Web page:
Our orifice is 2.5mm in diameter. This gives us an area of 4.9 square mm. If we divide that by 7.8 we get .629 square mm. Now, we convert that back to a diameter and get .9mm.

    If we reduce the solenoid’s orifice size to .9mm, we should be able to operate it at 1100 psi. .9mm will also still flow 57 horsepower of nitrous, and that is likely more than I will ever use.

    We could do this modification many different ways. The way I am choosing to do it is to get a 3/32 (0.094in / 2.38mm ) brass rod. This is just under 2.5mm (0.098in) in diameter and will slide right into the orifice. It will be cut to length, and I will drill a .9mm hole in the end to create the new orifice. The old seat will be ground off the valve. Then, the tiny drilled rod will be soldered into the valve to seal things up.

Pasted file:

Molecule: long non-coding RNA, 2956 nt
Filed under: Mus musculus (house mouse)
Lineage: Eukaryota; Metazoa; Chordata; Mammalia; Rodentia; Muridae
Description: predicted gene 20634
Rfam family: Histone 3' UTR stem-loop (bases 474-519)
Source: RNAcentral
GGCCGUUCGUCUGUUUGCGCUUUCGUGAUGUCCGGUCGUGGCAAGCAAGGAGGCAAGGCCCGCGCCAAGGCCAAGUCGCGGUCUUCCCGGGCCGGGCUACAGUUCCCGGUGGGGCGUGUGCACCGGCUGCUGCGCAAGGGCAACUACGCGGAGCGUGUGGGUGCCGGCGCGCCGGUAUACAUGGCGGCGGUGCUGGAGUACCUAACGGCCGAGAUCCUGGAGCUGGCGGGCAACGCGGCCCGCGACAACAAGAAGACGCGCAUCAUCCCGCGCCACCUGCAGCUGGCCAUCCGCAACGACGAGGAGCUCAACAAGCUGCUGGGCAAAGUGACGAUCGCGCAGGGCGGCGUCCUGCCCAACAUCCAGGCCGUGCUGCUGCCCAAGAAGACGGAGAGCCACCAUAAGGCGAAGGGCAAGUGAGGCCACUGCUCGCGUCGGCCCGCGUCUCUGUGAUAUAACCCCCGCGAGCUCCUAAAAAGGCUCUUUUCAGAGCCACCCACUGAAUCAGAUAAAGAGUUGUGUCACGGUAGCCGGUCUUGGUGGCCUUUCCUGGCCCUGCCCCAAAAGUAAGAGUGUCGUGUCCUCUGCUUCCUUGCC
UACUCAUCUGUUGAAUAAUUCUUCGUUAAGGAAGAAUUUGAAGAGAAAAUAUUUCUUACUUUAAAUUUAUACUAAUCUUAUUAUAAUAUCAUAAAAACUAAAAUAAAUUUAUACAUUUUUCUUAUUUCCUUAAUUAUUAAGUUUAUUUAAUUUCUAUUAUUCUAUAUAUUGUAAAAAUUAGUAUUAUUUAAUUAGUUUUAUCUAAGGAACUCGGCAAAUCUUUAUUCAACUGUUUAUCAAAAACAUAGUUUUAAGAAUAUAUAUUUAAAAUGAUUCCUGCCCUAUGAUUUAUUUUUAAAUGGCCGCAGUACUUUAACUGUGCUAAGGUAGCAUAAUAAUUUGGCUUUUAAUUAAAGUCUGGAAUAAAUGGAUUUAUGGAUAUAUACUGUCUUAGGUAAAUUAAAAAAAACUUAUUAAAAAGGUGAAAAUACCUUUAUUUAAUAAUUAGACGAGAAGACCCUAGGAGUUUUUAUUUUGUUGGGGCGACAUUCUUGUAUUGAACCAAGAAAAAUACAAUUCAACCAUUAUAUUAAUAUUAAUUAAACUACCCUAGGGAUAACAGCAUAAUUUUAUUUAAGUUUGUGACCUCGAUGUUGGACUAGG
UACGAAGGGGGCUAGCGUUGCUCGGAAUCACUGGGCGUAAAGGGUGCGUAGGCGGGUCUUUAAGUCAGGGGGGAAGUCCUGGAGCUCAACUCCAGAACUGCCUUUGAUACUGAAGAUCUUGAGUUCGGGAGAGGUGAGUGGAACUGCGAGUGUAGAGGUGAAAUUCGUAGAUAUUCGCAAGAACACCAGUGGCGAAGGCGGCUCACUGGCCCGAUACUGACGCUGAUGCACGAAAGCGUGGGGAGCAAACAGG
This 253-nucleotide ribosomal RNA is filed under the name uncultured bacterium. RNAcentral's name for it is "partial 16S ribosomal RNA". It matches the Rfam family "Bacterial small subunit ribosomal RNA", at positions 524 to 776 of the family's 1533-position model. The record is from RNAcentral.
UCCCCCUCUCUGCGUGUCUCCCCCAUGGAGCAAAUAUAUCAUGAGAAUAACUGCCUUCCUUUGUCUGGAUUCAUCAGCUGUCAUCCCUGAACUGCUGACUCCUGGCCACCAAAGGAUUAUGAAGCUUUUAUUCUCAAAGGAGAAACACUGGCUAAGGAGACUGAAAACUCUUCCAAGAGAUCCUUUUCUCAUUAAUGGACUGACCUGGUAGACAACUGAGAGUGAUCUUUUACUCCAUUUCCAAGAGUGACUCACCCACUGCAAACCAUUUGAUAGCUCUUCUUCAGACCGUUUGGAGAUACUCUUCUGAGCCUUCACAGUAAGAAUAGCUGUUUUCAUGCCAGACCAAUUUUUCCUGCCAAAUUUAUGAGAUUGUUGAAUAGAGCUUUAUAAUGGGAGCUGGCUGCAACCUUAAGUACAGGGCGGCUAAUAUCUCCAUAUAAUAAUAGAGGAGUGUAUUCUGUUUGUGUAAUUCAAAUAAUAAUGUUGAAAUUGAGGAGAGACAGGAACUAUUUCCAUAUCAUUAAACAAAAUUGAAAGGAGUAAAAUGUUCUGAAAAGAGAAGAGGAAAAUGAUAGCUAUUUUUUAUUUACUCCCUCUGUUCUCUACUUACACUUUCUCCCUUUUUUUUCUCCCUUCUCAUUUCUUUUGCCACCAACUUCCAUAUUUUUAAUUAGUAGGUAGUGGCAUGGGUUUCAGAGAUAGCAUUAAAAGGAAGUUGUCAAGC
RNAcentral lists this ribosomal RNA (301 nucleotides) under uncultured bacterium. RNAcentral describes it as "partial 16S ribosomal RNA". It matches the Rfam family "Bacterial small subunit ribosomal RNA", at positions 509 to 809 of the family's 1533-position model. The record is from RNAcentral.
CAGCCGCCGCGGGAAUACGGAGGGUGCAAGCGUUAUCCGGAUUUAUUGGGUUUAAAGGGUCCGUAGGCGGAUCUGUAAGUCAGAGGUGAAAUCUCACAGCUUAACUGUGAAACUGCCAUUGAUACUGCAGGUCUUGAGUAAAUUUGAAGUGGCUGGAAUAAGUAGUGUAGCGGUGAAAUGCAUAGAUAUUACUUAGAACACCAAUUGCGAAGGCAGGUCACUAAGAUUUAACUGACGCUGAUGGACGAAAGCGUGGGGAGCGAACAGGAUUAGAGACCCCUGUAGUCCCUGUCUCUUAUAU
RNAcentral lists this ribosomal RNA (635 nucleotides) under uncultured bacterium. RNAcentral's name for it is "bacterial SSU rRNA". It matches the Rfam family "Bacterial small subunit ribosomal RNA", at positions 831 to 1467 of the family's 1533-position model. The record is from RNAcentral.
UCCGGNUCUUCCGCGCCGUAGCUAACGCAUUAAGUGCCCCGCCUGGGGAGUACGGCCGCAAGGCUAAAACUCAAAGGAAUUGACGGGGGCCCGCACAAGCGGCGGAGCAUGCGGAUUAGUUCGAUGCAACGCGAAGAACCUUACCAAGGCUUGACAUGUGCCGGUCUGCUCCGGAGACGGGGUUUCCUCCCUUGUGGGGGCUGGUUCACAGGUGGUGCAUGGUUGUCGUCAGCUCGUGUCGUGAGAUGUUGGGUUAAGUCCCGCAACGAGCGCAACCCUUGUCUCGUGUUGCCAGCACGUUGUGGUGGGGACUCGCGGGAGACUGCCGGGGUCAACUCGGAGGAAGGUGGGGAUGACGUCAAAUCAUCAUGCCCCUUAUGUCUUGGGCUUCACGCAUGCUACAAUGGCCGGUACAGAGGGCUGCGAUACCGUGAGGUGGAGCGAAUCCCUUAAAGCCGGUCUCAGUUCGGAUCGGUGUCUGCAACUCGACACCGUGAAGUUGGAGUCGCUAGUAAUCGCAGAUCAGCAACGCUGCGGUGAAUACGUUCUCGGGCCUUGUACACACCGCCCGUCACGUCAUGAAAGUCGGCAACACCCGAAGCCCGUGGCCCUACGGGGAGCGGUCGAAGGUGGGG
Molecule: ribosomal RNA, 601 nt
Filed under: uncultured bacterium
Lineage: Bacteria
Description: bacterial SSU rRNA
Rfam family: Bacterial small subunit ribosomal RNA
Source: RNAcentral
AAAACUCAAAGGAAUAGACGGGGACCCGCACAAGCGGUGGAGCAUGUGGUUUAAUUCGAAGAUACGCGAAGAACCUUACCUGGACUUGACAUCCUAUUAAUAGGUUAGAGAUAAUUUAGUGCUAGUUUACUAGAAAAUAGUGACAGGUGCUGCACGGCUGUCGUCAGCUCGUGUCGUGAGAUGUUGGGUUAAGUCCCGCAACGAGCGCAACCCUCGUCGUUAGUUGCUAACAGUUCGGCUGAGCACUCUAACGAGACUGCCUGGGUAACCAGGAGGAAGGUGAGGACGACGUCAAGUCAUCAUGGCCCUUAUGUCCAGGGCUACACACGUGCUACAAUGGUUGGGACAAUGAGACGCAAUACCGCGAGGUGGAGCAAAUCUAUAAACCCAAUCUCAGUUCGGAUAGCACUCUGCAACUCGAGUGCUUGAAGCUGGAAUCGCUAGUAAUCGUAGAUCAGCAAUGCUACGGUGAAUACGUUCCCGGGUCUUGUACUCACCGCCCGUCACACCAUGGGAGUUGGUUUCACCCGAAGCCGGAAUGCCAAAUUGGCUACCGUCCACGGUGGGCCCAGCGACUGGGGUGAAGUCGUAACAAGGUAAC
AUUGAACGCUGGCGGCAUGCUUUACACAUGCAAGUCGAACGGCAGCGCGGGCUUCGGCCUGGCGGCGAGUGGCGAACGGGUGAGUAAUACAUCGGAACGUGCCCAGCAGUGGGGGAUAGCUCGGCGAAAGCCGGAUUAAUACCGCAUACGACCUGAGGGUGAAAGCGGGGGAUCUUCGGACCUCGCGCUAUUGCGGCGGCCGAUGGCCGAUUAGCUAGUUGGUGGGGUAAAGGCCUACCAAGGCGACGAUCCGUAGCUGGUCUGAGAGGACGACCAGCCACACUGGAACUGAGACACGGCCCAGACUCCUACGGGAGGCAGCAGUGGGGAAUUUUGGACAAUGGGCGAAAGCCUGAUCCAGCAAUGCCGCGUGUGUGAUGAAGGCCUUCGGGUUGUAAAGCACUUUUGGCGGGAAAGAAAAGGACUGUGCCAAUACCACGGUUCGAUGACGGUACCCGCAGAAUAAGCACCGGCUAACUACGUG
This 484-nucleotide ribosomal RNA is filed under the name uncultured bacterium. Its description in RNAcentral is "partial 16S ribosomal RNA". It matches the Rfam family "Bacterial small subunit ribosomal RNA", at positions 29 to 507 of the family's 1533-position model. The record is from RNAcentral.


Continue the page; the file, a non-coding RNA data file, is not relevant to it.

Custom Mirage products: Cruise control kit, Glove box light, MAF sensor housing, Rear sway bar, Upper grill block

    Current project: DIY Nitrous oxide setup for ~$100

        __________________________________________

        click to view fuel log View my fuel log 2015 Mirage DE 1.2 manual: 45.4 mpg (US) ... 19.3 km/L ... 5.2 L/100 km ... 54.6 mpg (Imp)